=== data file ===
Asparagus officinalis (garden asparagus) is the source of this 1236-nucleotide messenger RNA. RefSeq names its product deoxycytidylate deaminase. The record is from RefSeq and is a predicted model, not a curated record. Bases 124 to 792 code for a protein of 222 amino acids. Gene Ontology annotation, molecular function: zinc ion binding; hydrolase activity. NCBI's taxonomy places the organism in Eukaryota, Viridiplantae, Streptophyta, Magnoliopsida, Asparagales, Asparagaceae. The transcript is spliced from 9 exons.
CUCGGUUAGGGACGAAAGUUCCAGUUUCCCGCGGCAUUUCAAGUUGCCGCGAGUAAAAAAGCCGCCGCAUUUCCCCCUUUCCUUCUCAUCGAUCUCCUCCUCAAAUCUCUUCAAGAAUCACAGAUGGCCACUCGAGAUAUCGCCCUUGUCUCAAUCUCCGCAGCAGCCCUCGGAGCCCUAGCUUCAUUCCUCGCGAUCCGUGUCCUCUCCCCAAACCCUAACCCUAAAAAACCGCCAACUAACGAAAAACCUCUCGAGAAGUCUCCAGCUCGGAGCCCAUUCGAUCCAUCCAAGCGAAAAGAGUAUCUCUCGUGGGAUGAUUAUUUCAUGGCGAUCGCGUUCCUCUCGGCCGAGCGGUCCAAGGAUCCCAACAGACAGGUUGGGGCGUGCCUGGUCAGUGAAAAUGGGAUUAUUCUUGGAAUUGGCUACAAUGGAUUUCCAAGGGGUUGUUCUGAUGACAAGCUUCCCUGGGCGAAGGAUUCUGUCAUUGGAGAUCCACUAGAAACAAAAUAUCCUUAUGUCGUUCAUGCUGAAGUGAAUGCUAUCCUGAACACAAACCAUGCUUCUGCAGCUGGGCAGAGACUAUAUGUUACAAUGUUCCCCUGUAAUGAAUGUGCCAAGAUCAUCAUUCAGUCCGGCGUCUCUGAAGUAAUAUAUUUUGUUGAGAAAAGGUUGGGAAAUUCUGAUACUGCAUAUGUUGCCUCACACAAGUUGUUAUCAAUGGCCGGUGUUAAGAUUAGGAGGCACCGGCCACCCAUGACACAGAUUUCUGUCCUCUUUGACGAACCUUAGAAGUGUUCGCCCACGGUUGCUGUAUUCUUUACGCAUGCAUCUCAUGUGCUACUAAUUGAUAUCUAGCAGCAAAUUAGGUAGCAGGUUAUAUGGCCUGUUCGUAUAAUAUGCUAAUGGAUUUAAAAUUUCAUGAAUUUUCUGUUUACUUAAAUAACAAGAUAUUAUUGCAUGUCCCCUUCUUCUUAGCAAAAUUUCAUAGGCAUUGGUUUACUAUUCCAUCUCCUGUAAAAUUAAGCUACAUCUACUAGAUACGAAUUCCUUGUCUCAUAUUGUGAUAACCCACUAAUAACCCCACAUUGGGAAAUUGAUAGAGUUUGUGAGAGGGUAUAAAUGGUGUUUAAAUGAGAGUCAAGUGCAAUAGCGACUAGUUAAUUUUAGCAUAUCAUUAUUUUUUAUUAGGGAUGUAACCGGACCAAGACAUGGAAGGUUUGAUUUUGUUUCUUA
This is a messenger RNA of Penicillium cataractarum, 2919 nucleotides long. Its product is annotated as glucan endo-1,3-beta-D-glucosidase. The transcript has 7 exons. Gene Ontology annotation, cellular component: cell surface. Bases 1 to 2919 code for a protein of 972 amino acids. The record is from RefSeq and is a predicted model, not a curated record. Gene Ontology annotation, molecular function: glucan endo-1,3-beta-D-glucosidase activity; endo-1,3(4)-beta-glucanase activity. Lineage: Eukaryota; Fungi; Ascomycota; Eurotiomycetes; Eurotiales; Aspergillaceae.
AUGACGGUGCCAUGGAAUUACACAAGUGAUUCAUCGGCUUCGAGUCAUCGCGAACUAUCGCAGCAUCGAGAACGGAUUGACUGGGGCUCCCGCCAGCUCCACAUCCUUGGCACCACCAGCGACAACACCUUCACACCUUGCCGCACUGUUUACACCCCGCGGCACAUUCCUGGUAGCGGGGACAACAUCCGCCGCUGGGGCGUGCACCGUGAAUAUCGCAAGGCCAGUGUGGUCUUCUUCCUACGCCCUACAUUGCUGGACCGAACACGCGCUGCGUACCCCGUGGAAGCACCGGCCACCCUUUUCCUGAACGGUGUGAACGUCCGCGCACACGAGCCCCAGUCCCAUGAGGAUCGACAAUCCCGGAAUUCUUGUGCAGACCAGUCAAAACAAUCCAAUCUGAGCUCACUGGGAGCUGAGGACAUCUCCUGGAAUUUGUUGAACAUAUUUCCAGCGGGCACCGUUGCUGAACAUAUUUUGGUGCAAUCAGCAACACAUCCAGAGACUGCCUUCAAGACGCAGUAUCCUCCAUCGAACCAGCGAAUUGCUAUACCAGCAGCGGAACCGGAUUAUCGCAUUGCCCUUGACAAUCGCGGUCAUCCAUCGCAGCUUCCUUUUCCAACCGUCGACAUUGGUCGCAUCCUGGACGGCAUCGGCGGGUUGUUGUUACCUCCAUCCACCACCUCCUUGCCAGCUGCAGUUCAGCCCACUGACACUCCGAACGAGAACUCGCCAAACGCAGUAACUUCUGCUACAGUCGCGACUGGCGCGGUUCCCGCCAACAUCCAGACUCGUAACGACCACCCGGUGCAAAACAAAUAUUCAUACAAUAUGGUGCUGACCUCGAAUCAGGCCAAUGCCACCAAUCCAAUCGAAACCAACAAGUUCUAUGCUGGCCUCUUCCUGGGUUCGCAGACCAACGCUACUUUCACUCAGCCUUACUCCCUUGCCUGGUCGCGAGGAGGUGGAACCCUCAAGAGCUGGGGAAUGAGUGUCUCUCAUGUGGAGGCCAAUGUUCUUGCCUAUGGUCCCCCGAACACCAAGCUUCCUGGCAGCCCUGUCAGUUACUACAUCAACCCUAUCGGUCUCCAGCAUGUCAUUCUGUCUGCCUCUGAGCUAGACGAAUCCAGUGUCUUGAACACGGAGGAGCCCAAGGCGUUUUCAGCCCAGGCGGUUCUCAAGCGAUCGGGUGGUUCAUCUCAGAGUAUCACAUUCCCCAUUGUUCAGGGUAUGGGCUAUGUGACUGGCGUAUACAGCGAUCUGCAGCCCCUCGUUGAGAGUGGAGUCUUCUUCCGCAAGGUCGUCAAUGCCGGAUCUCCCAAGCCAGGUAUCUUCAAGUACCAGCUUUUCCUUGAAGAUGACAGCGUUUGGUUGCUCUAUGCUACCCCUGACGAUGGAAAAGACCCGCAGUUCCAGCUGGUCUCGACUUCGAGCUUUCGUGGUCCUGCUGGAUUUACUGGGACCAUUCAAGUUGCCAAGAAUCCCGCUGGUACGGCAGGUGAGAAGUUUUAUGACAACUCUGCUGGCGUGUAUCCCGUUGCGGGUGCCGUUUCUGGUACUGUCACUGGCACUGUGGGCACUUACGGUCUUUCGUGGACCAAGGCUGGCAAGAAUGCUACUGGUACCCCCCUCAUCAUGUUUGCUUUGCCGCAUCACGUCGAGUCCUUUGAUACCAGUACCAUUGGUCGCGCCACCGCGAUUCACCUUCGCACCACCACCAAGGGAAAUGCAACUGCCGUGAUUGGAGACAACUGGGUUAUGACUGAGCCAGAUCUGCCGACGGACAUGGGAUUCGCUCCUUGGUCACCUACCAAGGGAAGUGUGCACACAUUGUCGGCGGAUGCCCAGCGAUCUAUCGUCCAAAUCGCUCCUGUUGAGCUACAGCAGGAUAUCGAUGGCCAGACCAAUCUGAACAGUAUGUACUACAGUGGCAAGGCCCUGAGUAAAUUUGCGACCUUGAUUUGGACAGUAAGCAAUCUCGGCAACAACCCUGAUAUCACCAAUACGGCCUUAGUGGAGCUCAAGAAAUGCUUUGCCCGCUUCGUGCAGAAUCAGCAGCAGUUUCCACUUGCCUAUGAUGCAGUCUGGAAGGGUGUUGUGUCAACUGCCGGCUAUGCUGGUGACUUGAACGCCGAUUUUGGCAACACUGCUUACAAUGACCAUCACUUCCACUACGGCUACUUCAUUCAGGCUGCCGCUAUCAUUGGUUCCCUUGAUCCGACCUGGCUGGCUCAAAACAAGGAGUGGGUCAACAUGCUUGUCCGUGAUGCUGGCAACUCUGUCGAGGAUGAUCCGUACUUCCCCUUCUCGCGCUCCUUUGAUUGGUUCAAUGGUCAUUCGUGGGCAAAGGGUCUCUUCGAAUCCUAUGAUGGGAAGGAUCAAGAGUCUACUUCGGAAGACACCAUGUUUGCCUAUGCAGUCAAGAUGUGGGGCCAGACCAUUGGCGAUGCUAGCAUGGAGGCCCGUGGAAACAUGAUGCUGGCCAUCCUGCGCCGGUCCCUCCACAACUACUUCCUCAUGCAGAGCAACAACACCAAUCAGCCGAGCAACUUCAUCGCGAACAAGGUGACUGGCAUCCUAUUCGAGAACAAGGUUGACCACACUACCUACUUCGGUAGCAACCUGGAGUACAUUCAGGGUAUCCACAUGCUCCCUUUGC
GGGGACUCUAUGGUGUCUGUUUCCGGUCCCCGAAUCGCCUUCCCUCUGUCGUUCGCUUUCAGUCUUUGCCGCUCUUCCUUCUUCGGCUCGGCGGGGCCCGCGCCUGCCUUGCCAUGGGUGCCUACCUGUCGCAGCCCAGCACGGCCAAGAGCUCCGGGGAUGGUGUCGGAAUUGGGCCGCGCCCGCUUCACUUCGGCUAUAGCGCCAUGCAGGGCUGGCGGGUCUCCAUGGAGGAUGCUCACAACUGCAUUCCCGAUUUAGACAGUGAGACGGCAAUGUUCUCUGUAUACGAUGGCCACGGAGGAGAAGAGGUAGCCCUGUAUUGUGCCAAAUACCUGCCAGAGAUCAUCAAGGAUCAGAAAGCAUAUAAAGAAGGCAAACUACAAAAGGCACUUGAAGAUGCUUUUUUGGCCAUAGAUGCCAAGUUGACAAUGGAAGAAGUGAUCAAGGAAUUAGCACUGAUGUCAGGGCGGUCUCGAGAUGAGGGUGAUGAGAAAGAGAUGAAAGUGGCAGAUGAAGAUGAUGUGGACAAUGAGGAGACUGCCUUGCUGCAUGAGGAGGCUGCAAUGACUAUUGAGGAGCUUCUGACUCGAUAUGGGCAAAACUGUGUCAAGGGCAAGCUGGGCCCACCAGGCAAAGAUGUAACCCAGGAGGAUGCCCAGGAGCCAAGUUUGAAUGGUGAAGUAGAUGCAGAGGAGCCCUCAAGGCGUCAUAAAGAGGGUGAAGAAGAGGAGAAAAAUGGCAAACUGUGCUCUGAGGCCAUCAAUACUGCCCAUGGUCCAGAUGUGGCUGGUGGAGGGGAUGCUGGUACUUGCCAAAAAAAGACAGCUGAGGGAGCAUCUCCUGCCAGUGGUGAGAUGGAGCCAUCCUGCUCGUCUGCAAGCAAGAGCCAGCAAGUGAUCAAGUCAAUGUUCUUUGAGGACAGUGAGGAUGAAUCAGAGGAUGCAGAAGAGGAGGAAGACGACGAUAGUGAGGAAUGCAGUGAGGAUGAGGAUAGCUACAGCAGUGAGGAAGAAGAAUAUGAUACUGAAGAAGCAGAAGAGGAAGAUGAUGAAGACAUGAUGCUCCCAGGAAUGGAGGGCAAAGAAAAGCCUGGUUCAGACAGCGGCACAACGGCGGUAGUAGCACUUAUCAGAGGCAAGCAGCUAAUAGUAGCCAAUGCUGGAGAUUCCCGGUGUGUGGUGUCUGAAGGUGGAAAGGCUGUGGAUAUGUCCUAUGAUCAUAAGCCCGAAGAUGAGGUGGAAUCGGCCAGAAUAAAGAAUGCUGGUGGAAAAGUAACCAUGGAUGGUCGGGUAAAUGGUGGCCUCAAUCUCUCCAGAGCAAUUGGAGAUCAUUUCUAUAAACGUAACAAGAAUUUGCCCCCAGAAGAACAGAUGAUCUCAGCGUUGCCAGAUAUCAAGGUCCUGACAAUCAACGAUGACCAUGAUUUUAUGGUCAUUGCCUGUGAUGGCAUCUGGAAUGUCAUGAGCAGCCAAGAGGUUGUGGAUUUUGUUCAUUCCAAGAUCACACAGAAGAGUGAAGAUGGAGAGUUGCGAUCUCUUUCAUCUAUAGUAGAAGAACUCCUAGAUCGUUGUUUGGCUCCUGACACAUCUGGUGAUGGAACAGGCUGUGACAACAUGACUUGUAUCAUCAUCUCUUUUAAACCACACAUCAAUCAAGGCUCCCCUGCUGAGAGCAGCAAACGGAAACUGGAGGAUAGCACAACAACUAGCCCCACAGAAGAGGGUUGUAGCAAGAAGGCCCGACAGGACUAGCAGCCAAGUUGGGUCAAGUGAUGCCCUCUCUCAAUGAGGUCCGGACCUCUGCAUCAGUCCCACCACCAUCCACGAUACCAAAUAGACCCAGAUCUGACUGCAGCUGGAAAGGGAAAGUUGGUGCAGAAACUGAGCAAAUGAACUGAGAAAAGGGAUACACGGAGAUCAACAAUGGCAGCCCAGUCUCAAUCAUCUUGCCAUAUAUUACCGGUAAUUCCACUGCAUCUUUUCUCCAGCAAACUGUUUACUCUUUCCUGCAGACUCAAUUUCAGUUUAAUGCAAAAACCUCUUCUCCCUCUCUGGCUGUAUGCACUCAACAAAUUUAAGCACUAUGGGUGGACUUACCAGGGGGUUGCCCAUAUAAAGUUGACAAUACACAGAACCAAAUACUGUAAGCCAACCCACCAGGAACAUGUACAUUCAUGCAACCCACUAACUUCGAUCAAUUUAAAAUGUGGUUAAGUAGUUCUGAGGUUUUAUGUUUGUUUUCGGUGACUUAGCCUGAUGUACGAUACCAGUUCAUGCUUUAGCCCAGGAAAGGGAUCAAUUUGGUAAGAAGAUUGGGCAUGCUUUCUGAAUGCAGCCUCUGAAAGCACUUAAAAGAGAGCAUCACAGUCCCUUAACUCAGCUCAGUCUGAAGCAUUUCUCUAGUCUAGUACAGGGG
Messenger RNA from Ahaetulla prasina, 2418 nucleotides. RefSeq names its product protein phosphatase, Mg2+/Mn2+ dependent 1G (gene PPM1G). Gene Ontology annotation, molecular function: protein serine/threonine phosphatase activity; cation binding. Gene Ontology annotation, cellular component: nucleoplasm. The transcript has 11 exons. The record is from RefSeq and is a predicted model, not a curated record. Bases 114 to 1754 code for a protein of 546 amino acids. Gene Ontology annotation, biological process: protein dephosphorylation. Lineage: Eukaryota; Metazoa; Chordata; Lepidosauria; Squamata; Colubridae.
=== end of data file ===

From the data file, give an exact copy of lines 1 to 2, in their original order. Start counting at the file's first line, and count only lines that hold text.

Asparagus officinalis (garden asparagus) is the source of this 1236-nucleotide messenger RNA. RefSeq names its product deoxycytidylate deaminase. The record is from RefSeq and is a predicted model, not a curated record. Bases 124 to 792 code for a protein of 222 amino acids. Gene Ontology annotation, molecular function: zinc ion binding; hydrolase activity. NCBI's taxonomy places the organism in Eukaryota, Viridiplantae, Streptophyta, Magnoliopsida, Asparagales, Asparagaceae. The transcript is spliced from 9 exons.
CUCGGUUAGGGACGAAAGUUCCAGUUUCCCGCGGCAUUUCAAGUUGCCGCGAGUAAAAAAGCCGCCGCAUUUCCCCCUUUCCUUCUCAUCGAUCUCCUCCUCAAAUCUCUUCAAGAAUCACAGAUGGCCACUCGAGAUAUCGCCCUUGUCUCAAUCUCCGCAGCAGCCCUCGGAGCCCUAGCUUCAUUCCUCGCGAUCCGUGUCCUCUCCCCAAACCCUAACCCUAAAAAACCGCCAACUAACGAAAAACCUCUCGAGAAGUCUCCAGCUCGGAGCCCAUUCGAUCCAUCCAAGCGAAAAGAGUAUCUCUCGUGGGAUGAUUAUUUCAUGGCGAUCGCGUUCCUCUCGGCCGAGCGGUCCAAGGAUCCCAACAGACAGGUUGGGGCGUGCCUGGUCAGUGAAAAUGGGAUUAUUCUUGGAAUUGGCUACAAUGGAUUUCCAAGGGGUUGUUCUGAUGACAAGCUUCCCUGGGCGAAGGAUUCUGUCAUUGGAGAUCCACUAGAAACAAAAUAUCCUUAUGUCGUUCAUGCUGAAGUGAAUGCUAUCCUGAACACAAACCAUGCUUCUGCAGCUGGGCAGAGACUAUAUGUUACAAUGUUCCCCUGUAAUGAAUGUGCCAAGAUCAUCAUUCAGUCCGGCGUCUCUGAAGUAAUAUAUUUUGUUGAGAAAAGGUUGGGAAAUUCUGAUACUGCAUAUGUUGCCUCACACAAGUUGUUAUCAAUGGCCGGUGUUAAGAUUAGGAGGCACCGGCCACCCAUGACACAGAUUUCUGUCCUCUUUGACGAACCUUAGAAGUGUUCGCCCACGGUUGCUGUAUUCUUUACGCAUGCAUCUCAUGUGCUACUAAUUGAUAUCUAGCAGCAAAUUAGGUAGCAGGUUAUAUGGCCUGUUCGUAUAAUAUGCUAAUGGAUUUAAAAUUUCAUGAAUUUUCUGUUUACUUAAAUAACAAGAUAUUAUUGCAUGUCCCCUUCUUCUUAGCAAAAUUUCAUAGGCAUUGGUUUACUAUUCCAUCUCCUGUAAAAUUAAGCUACAUCUACUAGAUACGAAUUCCUUGUCUCAUAUUGUGAUAACCCACUAAUAACCCCACAUUGGGAAAUUGAUAGAGUUUGUGAGAGGGUAUAAAUGGUGUUUAAAUGAGAGUCAAGUGCAAUAGCGACUAGUUAAUUUUAGCAUAUCAUUAUUUUUUAUUAGGGAUGUAACCGGACCAAGACAUGGAAGGUUUGAUUUUGUUUCUUA